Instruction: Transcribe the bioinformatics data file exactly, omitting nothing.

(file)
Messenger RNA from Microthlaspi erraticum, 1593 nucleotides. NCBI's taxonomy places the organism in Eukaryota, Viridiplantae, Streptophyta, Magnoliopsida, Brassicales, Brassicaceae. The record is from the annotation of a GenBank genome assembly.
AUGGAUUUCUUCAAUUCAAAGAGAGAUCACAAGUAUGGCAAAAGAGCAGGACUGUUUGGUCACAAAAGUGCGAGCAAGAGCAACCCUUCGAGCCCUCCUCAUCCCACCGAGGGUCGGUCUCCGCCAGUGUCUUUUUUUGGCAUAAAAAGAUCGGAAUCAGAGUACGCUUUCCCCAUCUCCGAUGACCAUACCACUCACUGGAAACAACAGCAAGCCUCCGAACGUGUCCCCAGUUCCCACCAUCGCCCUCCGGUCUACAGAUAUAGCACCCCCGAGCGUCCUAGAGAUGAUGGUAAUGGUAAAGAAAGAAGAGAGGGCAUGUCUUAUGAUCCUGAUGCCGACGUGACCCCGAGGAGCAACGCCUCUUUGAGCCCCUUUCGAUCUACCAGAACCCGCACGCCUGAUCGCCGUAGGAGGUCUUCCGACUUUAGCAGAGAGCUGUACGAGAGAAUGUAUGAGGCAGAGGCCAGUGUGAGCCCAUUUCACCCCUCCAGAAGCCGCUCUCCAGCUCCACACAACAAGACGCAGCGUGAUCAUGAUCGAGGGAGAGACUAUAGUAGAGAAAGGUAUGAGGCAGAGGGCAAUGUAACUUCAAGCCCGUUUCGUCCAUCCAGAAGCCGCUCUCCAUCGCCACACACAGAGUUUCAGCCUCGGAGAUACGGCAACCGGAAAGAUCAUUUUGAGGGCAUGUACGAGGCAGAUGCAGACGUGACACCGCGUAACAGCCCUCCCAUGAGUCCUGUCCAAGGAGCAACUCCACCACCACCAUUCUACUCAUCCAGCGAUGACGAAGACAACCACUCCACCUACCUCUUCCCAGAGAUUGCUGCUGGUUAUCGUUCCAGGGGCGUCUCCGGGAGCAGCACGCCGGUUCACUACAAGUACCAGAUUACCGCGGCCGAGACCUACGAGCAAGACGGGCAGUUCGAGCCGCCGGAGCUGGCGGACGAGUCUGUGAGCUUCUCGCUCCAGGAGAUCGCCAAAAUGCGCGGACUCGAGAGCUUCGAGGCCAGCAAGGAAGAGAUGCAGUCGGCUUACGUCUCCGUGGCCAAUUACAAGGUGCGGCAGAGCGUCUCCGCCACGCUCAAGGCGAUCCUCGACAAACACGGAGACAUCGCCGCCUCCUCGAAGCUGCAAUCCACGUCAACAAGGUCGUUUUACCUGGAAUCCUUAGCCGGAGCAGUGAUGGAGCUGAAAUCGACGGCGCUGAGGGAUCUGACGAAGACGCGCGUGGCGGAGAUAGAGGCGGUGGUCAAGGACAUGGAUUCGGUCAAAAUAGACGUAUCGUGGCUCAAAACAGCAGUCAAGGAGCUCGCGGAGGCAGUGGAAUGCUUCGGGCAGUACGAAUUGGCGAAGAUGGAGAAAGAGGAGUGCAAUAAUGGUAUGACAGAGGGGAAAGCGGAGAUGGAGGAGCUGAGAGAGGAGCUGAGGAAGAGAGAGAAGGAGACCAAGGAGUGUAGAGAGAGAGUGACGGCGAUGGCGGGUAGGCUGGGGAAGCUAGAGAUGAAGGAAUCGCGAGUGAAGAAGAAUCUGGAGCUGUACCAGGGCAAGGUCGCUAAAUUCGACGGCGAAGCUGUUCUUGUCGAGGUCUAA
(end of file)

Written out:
Messenger RNA from Microthlaspi erraticum, 1593 nucleotides. NCBI's taxonomy places the organism in Eukaryota, Viridiplantae, Streptophyta, Magnoliopsida, Brassicales, Brassicaceae. The record is from the annotation of a GenBank genome assembly.
AUGGAUUUCUUCAAUUCAAAGAGAGAUCACAAGUAUGGCAAAAGAGCAGGACUGUUUGGUCACAAAAGUGCGAGCAAGAGCAACCCUUCGAGCCCUCCUCAUCCCACCGAGGGUCGGUCUCCGCCAGUGUCUUUUUUUGGCAUAAAAAGAUCGGAAUCAGAGUACGCUUUCCCCAUCUCCGAUGACCAUACCACUCACUGGAAACAACAGCAAGCCUCCGAACGUGUCCCCAGUUCCCACCAUCGCCCUCCGGUCUACAGAUAUAGCACCCCCGAGCGUCCUAGAGAUGAUGGUAAUGGUAAAGAAAGAAGAGAGGGCAUGUCUUAUGAUCCUGAUGCCGACGUGACCCCGAGGAGCAACGCCUCUUUGAGCCCCUUUCGAUCUACCAGAACCCGCACGCCUGAUCGCCGUAGGAGGUCUUCCGACUUUAGCAGAGAGCUGUACGAGAGAAUGUAUGAGGCAGAGGCCAGUGUGAGCCCAUUUCACCCCUCCAGAAGCCGCUCUCCAGCUCCACACAACAAGACGCAGCGUGAUCAUGAUCGAGGGAGAGACUAUAGUAGAGAAAGGUAUGAGGCAGAGGGCAAUGUAACUUCAAGCCCGUUUCGUCCAUCCAGAAGCCGCUCUCCAUCGCCACACACAGAGUUUCAGCCUCGGAGAUACGGCAACCGGAAAGAUCAUUUUGAGGGCAUGUACGAGGCAGAUGCAGACGUGACACCGCGUAACAGCCCUCCCAUGAGUCCUGUCCAAGGAGCAACUCCACCACCACCAUUCUACUCAUCCAGCGAUGACGAAGACAACCACUCCACCUACCUCUUCCCAGAGAUUGCUGCUGGUUAUCGUUCCAGGGGCGUCUCCGGGAGCAGCACGCCGGUUCACUACAAGUACCAGAUUACCGCGGCCGAGACCUACGAGCAAGACGGGCAGUUCGAGCCGCCGGAGCUGGCGGACGAGUCUGUGAGCUUCUCGCUCCAGGAGAUCGCCAAAAUGCGCGGACUCGAGAGCUUCGAGGCCAGCAAGGAAGAGAUGCAGUCGGCUUACGUCUCCGUGGCCAAUUACAAGGUGCGGCAGAGCGUCUCCGCCACGCUCAAGGCGAUCCUCGACAAACACGGAGACAUCGCCGCCUCCUCGAAGCUGCAAUCCACGUCAACAAGGUCGUUUUACCUGGAAUCCUUAGCCGGAGCAGUGAUGGAGCUGAAAUCGACGGCGCUGAGGGAUCUGACGAAGACGCGCGUGGCGGAGAUAGAGGCGGUGGUCAAGGACAUGGAUUCGGUCAAAAUAGACGUAUCGUGGCUCAAAACAGCAGUCAAGGAGCUCGCGGAGGCAGUGGAAUGCUUCGGGCAGUACGAAUUGGCGAAGAUGGAGAAAGAGGAGUGCAAUAAUGGUAUGACAGAGGGGAAAGCGGAGAUGGAGGAGCUGAGAGAGGAGCUGAGGAAGAGAGAGAAGGAGACCAAGGAGUGUAGAGAGAGAGUGACGGCGAUGGCGGGUAGGCUGGGGAAGCUAGAGAUGAAGGAAUCGCGAGUGAAGAAGAAUCUGGAGCUGUACCAGGGCAAGGUCGCUAAAUUCGACGGCGAAGCUGUUCUUGUCGAGGUCUAA